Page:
Demokratie, Verantwortung und Ehre

Es vergeht kaum ein Tag, ohne dass wir hören, dass irgendwo ein Minister von seinem Amt zurückgetreten ist. In gewisser Weise ist dies kaum überraschend: Schließlich beschäftigen allein die 25 Staaten der Europäischen Union gemeinsam Hunderte von Ministern - und deutlich mehr, wenn man die Unterminister und Staatssekretäre mitzählt. Warum jedoch treten Minister zurück? Interessanter noch: Warum treten einige nicht zurück, obwohl zwingende Gründe für ihren Rücktritt vorzuliegen scheinen?

In Abwesenheit empirischer Untersuchungen können allgemeine Aussagen hierzu nur auf Vermutungen beruhen. Minister treten oft deshalb zurück, weil sie in einen Skandal verwickelt sind, in letzter Zeit häufig im Zusammenhang mit der Parteienfinanzierung. In Italien begegnen einem derzeit mehrere Gespenster derlei vergangener Missetaten.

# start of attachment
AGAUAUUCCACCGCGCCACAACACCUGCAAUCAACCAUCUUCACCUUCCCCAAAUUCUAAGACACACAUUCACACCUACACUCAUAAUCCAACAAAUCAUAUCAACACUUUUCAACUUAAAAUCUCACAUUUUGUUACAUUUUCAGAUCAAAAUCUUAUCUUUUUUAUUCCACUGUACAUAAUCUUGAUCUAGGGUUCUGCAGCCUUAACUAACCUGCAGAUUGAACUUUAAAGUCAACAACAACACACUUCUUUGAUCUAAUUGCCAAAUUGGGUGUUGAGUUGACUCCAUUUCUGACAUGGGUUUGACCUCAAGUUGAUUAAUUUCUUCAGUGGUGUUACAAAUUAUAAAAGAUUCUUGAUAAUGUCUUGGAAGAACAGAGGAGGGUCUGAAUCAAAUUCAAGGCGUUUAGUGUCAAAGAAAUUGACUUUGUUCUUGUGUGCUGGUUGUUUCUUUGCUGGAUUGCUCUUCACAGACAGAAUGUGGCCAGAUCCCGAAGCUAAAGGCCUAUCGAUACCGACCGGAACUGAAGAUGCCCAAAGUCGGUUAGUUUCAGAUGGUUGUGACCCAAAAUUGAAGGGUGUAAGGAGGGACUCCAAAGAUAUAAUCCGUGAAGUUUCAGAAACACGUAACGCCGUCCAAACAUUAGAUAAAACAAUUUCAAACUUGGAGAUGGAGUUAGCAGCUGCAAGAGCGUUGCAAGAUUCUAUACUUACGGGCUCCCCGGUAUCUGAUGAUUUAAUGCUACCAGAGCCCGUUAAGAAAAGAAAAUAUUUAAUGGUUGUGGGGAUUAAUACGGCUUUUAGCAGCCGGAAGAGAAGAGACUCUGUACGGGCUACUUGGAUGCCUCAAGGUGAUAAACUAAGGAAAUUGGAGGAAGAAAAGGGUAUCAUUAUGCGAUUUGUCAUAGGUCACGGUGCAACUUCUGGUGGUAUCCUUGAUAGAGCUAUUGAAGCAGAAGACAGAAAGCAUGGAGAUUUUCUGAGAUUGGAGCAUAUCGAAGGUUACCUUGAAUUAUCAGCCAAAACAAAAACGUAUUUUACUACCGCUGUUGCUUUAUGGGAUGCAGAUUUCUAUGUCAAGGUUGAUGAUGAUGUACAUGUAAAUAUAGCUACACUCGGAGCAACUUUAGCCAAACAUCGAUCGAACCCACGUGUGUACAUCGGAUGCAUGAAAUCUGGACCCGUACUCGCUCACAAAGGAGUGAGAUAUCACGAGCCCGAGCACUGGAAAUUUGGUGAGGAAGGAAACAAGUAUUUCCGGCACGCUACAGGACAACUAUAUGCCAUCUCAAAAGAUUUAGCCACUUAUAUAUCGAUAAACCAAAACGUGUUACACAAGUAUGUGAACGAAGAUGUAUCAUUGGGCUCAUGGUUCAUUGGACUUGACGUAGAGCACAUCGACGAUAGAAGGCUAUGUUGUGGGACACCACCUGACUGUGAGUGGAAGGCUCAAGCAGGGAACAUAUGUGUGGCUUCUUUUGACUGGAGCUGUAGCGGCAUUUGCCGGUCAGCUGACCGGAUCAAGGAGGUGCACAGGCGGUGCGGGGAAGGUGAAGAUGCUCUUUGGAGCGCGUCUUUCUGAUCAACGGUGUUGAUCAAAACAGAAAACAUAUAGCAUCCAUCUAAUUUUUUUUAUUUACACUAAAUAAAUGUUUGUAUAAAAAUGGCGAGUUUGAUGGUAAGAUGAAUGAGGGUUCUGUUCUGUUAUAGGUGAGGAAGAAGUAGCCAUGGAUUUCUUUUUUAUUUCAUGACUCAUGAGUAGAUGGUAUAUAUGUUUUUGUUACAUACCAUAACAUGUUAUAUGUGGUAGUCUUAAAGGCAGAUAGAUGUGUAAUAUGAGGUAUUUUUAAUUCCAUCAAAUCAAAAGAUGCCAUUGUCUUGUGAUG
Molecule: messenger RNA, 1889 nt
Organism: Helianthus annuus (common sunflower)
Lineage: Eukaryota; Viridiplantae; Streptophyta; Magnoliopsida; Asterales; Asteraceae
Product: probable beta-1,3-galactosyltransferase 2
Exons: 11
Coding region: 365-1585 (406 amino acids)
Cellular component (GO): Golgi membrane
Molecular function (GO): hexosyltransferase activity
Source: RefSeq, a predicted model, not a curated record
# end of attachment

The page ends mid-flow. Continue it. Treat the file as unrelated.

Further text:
Manchmal erklären Minister, dass sie aus „persönlichen Gründen" zurücktreten. Dahinter können zwingendere Faktoren stehen, wie der kürzliche Rücktritt von George Tenet, dem Direktor der amerikanischen CIA, nahe legt. Tony Blair allerdings verlor einen seiner besten und loyalsten Freunde in seinem Kabinett, Alan Milburn, weil dieser tatsächlich mehr Zeit mit seiner Familie verbringen wollte.

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